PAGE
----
Taking It To The Next Level: The Targeted Ketogenic Diet (TKD)
What is a Ketogenic Diet?
First things first: ketosis means that your body is burning fat. With most diets, your body burns sugar. This isn’t bad in and of itself, but if you’re trying to lose weight and you’re only burning sugar, those stubborn pounds ain’t going nowhere.
How Does the Keto Diet Work?
When you cut (way) down on your carb consumption, your glucose level drops. But since you still needs energy, your liver starts to produce ketones from the body’s alternative fuel source, fat. When you hit ketosis, your body turns into a fat-burning machine.
Sign me up!
It’s not as simple as snapping your fingers, but it isn’t super hard either. To get into a ketogenic state, you keep carbs to a minimum while increasing your fats (the healthy kind), and eat a moderate amount of protein. Fat, protein, and carbs, a.k.a. macronutrients, have to be eaten in a specific ratio in order to maintain ketosis. The magic formula is 70% fat, 25% protein and 5% carbs. It’s a math-lovers dream diet!
But I work out. I need carbs so I don’t pass out.
Say you lift weights or do other high-intensity exercise, like sprints. That’s great! Sounds like you’re well on your way to a healthy lifestyle. Here’s more great news: there’s a ketogenic diet that can help you get even stronger.
Targeted Ketogenic Diet (TKD)
In the Standard Ketogenic Diet (SKD), you might eat a total of 20-50 grams of net carbs per day. This diet is good for people who are looking to lose weight, get their blood sugar under control, and do low- to medium-intensity exercise, such as walking, yoga, or Pilates.
By contrast, TKD is intended for people who do high-intensity exercise, such as weightlifting or sprints. In TKD, you eat 15-50 grams of net carbs before your workout, and then take a second hit of carbs after you’re done exercising. The carbs provide your muscles with enough glycogen to perform during exercise, and then recover and store glycogen for your next session. Since the carbs get used during the session, you stay in ketosis.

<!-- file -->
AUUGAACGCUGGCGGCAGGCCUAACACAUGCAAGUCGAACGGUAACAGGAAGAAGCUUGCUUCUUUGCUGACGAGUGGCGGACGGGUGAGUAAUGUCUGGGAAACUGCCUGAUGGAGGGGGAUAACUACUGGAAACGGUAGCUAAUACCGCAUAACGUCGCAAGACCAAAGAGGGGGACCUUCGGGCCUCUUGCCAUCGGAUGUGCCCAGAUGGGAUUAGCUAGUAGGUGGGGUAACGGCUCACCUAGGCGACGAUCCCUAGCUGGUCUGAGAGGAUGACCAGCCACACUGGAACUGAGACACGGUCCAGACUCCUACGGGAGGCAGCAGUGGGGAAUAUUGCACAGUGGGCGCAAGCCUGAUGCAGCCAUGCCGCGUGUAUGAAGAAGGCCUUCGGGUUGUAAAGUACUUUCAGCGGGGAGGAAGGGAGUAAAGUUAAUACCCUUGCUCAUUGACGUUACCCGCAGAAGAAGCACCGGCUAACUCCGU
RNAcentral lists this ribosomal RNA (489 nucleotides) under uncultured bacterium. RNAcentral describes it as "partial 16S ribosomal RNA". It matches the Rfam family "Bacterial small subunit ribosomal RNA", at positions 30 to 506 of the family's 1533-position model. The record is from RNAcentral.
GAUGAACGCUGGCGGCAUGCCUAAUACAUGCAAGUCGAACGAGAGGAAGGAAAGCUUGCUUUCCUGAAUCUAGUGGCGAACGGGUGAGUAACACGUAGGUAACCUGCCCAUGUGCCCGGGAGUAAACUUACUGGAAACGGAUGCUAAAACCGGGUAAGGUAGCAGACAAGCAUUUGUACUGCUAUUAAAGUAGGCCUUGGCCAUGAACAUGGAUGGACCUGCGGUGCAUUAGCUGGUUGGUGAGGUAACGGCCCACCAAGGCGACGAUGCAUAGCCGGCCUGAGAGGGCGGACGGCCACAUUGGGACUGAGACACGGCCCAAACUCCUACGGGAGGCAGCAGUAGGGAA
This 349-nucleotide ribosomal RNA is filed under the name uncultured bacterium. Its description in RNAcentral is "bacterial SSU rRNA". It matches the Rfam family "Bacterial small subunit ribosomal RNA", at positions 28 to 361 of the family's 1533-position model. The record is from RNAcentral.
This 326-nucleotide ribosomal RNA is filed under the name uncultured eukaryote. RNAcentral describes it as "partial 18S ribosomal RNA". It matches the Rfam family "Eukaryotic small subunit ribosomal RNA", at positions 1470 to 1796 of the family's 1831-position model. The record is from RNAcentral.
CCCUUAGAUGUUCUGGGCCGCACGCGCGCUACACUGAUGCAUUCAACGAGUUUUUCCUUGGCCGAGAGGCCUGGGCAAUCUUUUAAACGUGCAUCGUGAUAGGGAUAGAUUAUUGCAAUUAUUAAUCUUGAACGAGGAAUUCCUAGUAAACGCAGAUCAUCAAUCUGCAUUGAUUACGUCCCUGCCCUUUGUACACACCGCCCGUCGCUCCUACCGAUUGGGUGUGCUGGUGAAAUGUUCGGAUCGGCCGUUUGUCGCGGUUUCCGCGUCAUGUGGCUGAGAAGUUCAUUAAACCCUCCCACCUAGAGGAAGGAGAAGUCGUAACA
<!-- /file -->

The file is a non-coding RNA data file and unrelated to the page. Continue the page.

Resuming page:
Bonus: you don’t need to make any other changes to your diet. For the rest of the day, you can continue with the standard keto ratios. And on days you don’t work out, there’s no need to add the extra carbs.
Targeted Ketogenic Diet vs. Cyclical Ketogenic Diet
You may also have heard of the Cyclical Ketogenic Diet. No, you don’t eat your carbs while riding a bicycle (although there’s no rule against it). In CKD, you eat low-carb keto for several days, then switch to eating higher carbs for a day or two. Many people do low-carb during the week then carb-load on the weekend. The objective of CKD is to totally deplete glycogen stores between carb-loads.
How to Start a Keto Diet
To set up your TKD diet, first you need to calculate your lean body mass. You can find a calculator here. This will give you an idea of how much protein you should be eating per day. Allow 1 gram per pound of lean body mass. Because protein contains 4 calories per gram, simply multiply by 4.
Next, you need to figure how many calories to consume each day. The average is around 14-16 calories per pound of body weight.
Subtract your protein calories from your total calories, then divide what’s left by 9 (because that’s how many calories there are in a gram of fat). The equation looks something like this:
(total calories − protein calories) ÷ the number of calories in fat = fat grams
(Told you mathophiles would love this diet.)